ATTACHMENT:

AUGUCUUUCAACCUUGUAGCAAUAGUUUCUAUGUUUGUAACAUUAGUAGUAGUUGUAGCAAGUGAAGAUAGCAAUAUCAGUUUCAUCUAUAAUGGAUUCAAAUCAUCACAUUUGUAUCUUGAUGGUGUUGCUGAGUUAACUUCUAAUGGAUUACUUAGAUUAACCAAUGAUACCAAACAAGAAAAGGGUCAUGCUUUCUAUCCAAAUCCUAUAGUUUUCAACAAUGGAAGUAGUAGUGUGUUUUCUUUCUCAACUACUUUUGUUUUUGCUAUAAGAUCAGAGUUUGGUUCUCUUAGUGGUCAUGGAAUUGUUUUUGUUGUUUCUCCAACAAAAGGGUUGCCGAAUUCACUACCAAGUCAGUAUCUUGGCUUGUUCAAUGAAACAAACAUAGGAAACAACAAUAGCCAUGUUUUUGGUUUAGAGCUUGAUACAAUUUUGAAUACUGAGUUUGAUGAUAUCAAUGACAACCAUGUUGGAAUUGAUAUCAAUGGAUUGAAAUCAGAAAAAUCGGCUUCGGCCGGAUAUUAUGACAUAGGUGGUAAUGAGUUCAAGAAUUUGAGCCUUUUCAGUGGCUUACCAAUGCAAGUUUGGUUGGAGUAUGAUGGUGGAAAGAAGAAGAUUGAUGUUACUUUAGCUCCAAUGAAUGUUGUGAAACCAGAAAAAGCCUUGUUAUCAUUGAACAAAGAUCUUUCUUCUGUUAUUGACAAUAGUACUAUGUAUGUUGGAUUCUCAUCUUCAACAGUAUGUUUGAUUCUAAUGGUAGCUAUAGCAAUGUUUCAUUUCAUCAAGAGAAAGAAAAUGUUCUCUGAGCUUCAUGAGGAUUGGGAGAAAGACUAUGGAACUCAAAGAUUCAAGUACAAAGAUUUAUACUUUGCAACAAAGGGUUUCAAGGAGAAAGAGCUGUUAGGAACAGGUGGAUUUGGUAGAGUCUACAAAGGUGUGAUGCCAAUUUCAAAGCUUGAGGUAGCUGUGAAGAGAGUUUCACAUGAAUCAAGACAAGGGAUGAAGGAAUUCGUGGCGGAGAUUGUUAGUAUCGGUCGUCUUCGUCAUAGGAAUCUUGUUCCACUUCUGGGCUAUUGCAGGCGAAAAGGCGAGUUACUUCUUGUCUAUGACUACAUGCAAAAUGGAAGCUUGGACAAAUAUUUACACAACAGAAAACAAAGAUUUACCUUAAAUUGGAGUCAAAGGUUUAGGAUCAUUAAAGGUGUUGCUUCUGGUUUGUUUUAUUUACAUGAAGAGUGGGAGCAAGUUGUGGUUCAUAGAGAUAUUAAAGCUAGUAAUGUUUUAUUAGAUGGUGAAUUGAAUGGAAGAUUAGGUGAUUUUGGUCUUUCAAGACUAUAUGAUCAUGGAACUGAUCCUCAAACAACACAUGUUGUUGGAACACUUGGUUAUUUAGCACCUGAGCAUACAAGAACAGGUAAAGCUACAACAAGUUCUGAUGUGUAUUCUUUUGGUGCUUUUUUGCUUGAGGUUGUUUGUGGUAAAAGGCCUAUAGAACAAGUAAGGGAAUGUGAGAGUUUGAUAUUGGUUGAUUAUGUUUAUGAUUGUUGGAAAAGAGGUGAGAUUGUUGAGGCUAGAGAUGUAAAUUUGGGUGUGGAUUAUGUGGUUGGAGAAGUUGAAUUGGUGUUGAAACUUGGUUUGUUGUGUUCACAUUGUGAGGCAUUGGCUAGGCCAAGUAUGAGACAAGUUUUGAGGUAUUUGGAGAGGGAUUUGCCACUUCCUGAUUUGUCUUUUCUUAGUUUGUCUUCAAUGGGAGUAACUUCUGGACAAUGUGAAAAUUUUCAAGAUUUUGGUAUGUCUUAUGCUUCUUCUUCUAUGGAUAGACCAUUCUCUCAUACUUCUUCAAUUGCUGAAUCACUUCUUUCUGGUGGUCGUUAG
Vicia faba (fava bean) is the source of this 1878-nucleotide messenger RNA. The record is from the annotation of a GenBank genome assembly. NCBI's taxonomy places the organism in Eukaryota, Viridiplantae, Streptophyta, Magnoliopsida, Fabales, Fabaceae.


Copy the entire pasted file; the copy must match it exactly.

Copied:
AUGUCUUUCAACCUUGUAGCAAUAGUUUCUAUGUUUGUAACAUUAGUAGUAGUUGUAGCAAGUGAAGAUAGCAAUAUCAGUUUCAUCUAUAAUGGAUUCAAAUCAUCACAUUUGUAUCUUGAUGGUGUUGCUGAGUUAACUUCUAAUGGAUUACUUAGAUUAACCAAUGAUACCAAACAAGAAAAGGGUCAUGCUUUCUAUCCAAAUCCUAUAGUUUUCAACAAUGGAAGUAGUAGUGUGUUUUCUUUCUCAACUACUUUUGUUUUUGCUAUAAGAUCAGAGUUUGGUUCUCUUAGUGGUCAUGGAAUUGUUUUUGUUGUUUCUCCAACAAAAGGGUUGCCGAAUUCACUACCAAGUCAGUAUCUUGGCUUGUUCAAUGAAACAAACAUAGGAAACAACAAUAGCCAUGUUUUUGGUUUAGAGCUUGAUACAAUUUUGAAUACUGAGUUUGAUGAUAUCAAUGACAACCAUGUUGGAAUUGAUAUCAAUGGAUUGAAAUCAGAAAAAUCGGCUUCGGCCGGAUAUUAUGACAUAGGUGGUAAUGAGUUCAAGAAUUUGAGCCUUUUCAGUGGCUUACCAAUGCAAGUUUGGUUGGAGUAUGAUGGUGGAAAGAAGAAGAUUGAUGUUACUUUAGCUCCAAUGAAUGUUGUGAAACCAGAAAAAGCCUUGUUAUCAUUGAACAAAGAUCUUUCUUCUGUUAUUGACAAUAGUACUAUGUAUGUUGGAUUCUCAUCUUCAACAGUAUGUUUGAUUCUAAUGGUAGCUAUAGCAAUGUUUCAUUUCAUCAAGAGAAAGAAAAUGUUCUCUGAGCUUCAUGAGGAUUGGGAGAAAGACUAUGGAACUCAAAGAUUCAAGUACAAAGAUUUAUACUUUGCAACAAAGGGUUUCAAGGAGAAAGAGCUGUUAGGAACAGGUGGAUUUGGUAGAGUCUACAAAGGUGUGAUGCCAAUUUCAAAGCUUGAGGUAGCUGUGAAGAGAGUUUCACAUGAAUCAAGACAAGGGAUGAAGGAAUUCGUGGCGGAGAUUGUUAGUAUCGGUCGUCUUCGUCAUAGGAAUCUUGUUCCACUUCUGGGCUAUUGCAGGCGAAAAGGCGAGUUACUUCUUGUCUAUGACUACAUGCAAAAUGGAAGCUUGGACAAAUAUUUACACAACAGAAAACAAAGAUUUACCUUAAAUUGGAGUCAAAGGUUUAGGAUCAUUAAAGGUGUUGCUUCUGGUUUGUUUUAUUUACAUGAAGAGUGGGAGCAAGUUGUGGUUCAUAGAGAUAUUAAAGCUAGUAAUGUUUUAUUAGAUGGUGAAUUGAAUGGAAGAUUAGGUGAUUUUGGUCUUUCAAGACUAUAUGAUCAUGGAACUGAUCCUCAAACAACACAUGUUGUUGGAACACUUGGUUAUUUAGCACCUGAGCAUACAAGAACAGGUAAAGCUACAACAAGUUCUGAUGUGUAUUCUUUUGGUGCUUUUUUGCUUGAGGUUGUUUGUGGUAAAAGGCCUAUAGAACAAGUAAGGGAAUGUGAGAGUUUGAUAUUGGUUGAUUAUGUUUAUGAUUGUUGGAAAAGAGGUGAGAUUGUUGAGGCUAGAGAUGUAAAUUUGGGUGUGGAUUAUGUGGUUGGAGAAGUUGAAUUGGUGUUGAAACUUGGUUUGUUGUGUUCACAUUGUGAGGCAUUGGCUAGGCCAAGUAUGAGACAAGUUUUGAGGUAUUUGGAGAGGGAUUUGCCACUUCCUGAUUUGUCUUUUCUUAGUUUGUCUUCAAUGGGAGUAACUUCUGGACAAUGUGAAAAUUUUCAAGAUUUUGGUAUGUCUUAUGCUUCUUCUUCUAUGGAUAGACCAUUCUCUCAUACUUCUUCAAUUGCUGAAUCACUUCUUUCUGGUGGUCGUUAG
Vicia faba (fava bean) is the source of this 1878-nucleotide messenger RNA. The record is from the annotation of a GenBank genome assembly. NCBI's taxonomy places the organism in Eukaryota, Viridiplantae, Streptophyta, Magnoliopsida, Fabales, Fabaceae.